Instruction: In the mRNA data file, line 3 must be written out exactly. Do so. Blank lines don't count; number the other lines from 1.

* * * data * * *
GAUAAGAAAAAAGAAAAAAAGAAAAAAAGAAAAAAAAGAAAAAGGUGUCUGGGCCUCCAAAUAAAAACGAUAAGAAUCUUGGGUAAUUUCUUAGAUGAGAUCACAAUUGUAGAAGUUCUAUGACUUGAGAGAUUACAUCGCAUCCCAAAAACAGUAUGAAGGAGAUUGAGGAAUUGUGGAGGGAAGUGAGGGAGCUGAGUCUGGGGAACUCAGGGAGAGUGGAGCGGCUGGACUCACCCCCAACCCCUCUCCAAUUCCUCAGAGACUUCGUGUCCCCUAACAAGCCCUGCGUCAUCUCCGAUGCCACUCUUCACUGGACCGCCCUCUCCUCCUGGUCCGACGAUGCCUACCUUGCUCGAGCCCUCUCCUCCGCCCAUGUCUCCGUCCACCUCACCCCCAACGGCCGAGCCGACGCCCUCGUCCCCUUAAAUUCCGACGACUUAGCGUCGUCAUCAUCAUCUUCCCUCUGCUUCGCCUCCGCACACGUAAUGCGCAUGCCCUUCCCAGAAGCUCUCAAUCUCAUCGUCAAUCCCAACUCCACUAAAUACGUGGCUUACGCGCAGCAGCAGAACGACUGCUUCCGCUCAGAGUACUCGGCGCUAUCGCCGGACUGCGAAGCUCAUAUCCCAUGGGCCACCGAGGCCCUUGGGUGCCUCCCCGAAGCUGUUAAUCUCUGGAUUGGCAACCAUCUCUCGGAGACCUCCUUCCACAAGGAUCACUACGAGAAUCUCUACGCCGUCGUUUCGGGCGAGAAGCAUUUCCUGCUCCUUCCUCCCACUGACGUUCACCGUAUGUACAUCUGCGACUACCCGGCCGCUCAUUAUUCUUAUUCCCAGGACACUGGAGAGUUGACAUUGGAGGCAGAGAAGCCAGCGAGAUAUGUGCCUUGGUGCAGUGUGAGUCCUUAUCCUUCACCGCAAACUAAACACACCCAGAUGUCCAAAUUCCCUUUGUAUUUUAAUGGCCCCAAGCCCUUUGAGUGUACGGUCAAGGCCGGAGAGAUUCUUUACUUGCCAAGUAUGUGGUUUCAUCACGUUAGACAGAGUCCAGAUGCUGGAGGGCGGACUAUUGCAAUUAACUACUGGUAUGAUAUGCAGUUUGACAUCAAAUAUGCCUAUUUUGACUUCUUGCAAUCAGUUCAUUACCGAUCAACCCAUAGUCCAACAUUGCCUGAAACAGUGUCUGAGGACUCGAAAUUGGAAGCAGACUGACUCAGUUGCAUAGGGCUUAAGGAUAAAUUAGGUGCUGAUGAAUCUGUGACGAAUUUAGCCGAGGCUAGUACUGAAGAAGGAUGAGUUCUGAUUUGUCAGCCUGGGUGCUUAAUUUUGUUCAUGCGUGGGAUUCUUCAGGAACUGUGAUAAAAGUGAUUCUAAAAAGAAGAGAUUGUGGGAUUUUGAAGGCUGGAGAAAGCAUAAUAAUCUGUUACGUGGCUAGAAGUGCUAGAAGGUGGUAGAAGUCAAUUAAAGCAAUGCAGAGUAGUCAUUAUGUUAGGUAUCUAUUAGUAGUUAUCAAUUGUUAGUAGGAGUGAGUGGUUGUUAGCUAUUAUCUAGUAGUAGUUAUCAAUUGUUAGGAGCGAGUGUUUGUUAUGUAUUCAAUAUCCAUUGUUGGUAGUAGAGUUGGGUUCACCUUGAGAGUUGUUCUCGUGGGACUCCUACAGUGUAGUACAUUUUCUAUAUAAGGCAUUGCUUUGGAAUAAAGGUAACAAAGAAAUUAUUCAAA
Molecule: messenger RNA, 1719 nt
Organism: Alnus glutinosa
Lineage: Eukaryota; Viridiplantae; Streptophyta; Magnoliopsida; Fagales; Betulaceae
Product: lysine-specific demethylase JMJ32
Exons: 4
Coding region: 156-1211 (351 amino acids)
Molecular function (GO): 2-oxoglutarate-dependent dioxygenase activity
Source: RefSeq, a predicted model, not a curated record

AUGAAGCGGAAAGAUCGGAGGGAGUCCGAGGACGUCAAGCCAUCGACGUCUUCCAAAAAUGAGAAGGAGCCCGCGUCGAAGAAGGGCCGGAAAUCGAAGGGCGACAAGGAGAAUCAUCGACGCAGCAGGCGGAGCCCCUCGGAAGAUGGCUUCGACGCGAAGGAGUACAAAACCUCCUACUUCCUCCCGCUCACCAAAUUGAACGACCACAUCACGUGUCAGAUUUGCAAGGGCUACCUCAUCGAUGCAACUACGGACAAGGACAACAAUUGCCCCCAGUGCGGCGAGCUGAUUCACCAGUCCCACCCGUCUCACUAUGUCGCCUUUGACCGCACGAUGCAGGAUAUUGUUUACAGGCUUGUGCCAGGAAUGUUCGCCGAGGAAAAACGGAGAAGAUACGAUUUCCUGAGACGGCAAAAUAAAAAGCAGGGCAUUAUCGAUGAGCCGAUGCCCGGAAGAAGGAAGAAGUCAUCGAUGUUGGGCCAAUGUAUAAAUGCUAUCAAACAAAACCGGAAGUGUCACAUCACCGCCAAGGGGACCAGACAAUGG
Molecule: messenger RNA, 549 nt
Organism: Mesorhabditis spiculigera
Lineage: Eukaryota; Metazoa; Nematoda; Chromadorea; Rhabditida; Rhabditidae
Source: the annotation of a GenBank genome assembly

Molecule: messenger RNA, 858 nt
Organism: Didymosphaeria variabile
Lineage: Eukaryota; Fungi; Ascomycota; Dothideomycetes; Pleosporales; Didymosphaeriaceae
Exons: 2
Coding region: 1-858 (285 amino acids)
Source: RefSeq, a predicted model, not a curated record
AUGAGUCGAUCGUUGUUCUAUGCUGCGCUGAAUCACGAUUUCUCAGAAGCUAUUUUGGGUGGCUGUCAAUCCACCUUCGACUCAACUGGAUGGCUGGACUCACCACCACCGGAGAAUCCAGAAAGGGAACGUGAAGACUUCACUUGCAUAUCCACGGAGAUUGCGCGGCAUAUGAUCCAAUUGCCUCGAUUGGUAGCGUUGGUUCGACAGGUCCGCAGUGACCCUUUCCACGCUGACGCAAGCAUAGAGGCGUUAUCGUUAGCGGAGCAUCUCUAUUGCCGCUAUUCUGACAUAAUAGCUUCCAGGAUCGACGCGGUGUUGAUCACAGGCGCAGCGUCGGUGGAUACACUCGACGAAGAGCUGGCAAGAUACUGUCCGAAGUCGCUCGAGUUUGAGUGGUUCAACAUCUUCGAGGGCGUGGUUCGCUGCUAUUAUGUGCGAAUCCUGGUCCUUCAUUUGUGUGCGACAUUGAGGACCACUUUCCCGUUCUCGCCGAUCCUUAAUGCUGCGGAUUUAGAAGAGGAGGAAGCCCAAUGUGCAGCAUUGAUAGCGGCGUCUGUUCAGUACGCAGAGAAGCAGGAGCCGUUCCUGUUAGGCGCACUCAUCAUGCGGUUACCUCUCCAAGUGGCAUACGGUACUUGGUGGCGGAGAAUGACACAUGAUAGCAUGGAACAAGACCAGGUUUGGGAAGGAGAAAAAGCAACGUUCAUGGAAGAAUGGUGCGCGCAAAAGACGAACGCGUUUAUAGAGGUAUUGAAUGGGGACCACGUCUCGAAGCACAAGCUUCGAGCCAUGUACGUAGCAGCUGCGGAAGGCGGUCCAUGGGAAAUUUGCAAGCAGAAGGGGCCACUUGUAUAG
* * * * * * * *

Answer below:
Organism: Alnus glutinosa